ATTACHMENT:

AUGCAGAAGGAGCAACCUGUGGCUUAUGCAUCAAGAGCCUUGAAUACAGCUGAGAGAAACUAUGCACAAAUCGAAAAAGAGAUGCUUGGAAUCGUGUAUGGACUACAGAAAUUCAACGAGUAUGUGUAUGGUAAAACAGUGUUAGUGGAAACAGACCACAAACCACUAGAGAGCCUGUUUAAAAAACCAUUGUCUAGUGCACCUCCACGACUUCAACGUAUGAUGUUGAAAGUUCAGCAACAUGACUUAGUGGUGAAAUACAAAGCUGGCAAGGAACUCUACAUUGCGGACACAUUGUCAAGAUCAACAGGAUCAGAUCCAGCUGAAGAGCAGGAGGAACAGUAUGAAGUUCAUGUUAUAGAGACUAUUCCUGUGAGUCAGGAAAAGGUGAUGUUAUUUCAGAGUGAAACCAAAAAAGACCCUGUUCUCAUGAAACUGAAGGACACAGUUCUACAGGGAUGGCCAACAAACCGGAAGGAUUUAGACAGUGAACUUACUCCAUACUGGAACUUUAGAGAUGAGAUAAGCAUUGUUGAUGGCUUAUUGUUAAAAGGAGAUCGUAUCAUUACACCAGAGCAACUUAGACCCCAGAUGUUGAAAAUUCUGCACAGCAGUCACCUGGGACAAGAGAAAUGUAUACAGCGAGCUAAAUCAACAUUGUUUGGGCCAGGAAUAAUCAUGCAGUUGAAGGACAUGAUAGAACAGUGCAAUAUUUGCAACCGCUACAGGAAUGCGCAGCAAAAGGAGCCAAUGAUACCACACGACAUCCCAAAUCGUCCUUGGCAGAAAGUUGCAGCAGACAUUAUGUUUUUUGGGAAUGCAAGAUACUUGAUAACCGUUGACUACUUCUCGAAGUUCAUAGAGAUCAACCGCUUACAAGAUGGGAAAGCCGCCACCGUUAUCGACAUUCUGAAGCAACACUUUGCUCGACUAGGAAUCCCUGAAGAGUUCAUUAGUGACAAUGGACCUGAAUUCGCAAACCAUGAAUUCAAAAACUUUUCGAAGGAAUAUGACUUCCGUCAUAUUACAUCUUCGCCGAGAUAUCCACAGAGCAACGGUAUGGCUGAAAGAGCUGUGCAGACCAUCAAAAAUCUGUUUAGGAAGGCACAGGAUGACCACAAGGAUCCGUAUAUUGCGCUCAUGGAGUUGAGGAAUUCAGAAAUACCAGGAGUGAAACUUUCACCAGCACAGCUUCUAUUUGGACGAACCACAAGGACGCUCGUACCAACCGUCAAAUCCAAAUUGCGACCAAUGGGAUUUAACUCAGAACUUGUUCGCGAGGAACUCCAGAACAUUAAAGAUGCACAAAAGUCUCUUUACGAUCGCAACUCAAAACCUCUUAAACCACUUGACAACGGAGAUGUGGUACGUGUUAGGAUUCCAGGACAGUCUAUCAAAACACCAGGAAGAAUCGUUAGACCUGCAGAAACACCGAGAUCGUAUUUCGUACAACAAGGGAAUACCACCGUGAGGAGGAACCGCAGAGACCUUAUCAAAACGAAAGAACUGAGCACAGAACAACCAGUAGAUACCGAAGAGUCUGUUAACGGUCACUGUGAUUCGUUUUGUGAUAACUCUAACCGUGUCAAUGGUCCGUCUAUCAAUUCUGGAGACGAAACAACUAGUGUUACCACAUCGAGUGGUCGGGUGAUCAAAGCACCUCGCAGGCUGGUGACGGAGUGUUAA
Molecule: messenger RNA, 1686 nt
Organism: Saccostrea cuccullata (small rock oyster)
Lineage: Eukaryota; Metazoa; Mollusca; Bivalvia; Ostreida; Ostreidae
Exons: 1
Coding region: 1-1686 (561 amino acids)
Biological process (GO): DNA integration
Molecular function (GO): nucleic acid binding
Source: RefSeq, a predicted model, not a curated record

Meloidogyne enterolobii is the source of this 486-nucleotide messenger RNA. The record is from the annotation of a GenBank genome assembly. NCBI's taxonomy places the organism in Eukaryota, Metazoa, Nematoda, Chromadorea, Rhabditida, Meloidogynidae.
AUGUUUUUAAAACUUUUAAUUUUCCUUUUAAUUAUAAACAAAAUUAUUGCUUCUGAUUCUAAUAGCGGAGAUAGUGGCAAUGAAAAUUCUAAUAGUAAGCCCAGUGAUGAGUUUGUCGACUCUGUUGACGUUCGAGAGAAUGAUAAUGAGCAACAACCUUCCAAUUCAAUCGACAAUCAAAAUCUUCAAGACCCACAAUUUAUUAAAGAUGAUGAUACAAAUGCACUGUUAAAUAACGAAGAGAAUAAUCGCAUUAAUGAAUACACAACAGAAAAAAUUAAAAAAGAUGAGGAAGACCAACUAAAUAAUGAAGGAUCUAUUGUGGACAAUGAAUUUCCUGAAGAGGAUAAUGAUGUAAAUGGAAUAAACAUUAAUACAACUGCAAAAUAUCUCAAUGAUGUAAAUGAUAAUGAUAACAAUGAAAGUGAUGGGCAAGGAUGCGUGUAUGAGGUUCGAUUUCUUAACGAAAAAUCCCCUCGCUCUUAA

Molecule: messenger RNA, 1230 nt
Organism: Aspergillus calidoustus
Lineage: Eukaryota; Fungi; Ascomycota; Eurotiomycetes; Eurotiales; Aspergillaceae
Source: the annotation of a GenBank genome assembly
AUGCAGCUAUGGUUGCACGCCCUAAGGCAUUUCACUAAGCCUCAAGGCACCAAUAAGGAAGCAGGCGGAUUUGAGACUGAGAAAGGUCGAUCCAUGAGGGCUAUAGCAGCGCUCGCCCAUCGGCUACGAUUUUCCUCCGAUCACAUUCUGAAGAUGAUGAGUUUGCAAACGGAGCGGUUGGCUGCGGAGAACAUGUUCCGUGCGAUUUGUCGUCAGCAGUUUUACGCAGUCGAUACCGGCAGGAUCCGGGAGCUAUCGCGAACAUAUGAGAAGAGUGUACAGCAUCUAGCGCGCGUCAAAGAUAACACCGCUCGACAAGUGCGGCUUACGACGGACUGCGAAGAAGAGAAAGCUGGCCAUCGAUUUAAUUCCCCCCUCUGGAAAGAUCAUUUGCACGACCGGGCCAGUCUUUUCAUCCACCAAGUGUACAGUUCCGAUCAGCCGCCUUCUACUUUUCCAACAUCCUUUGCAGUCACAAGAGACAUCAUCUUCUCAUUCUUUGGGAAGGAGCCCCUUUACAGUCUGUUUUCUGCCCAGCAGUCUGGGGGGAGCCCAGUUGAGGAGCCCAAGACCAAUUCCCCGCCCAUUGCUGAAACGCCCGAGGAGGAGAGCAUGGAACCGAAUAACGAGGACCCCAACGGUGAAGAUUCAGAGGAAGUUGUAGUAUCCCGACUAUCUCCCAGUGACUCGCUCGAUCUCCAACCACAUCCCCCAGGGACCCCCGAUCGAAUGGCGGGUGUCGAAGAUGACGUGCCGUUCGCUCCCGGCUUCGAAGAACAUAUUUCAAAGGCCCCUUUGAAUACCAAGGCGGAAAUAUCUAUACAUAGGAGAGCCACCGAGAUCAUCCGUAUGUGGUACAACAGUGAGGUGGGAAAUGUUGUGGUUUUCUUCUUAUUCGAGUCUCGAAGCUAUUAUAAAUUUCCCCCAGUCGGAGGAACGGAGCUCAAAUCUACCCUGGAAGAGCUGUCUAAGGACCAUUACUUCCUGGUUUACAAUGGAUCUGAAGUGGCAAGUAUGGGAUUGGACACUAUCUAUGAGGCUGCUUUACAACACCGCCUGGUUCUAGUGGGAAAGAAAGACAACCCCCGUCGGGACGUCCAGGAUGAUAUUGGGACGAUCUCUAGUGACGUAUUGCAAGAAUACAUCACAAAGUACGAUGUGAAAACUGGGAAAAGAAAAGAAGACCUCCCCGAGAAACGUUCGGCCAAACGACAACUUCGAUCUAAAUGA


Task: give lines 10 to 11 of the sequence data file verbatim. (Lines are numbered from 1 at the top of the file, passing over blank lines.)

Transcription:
Meloidogyne enterolobii is the source of this 486-nucleotide messenger RNA. The record is from the annotation of a GenBank genome assembly. NCBI's taxonomy places the organism in Eukaryota, Metazoa, Nematoda, Chromadorea, Rhabditida, Meloidogynidae.
AUGUUUUUAAAACUUUUAAUUUUCCUUUUAAUUAUAAACAAAAUUAUUGCUUCUGAUUCUAAUAGCGGAGAUAGUGGCAAUGAAAAUUCUAAUAGUAAGCCCAGUGAUGAGUUUGUCGACUCUGUUGACGUUCGAGAGAAUGAUAAUGAGCAACAACCUUCCAAUUCAAUCGACAAUCAAAAUCUUCAAGACCCACAAUUUAUUAAAGAUGAUGAUACAAAUGCACUGUUAAAUAACGAAGAGAAUAAUCGCAUUAAUGAAUACACAACAGAAAAAAUUAAAAAAGAUGAGGAAGACCAACUAAAUAAUGAAGGAUCUAUUGUGGACAAUGAAUUUCCUGAAGAGGAUAAUGAUGUAAAUGGAAUAAACAUUAAUACAACUGCAAAAUAUCUCAAUGAUGUAAAUGAUAAUGAUAACAAUGAAAGUGAUGGGCAAGGAUGCGUGUAUGAGGUUCGAUUUCUUAACGAAAAAUCCCCUCGCUCUUAA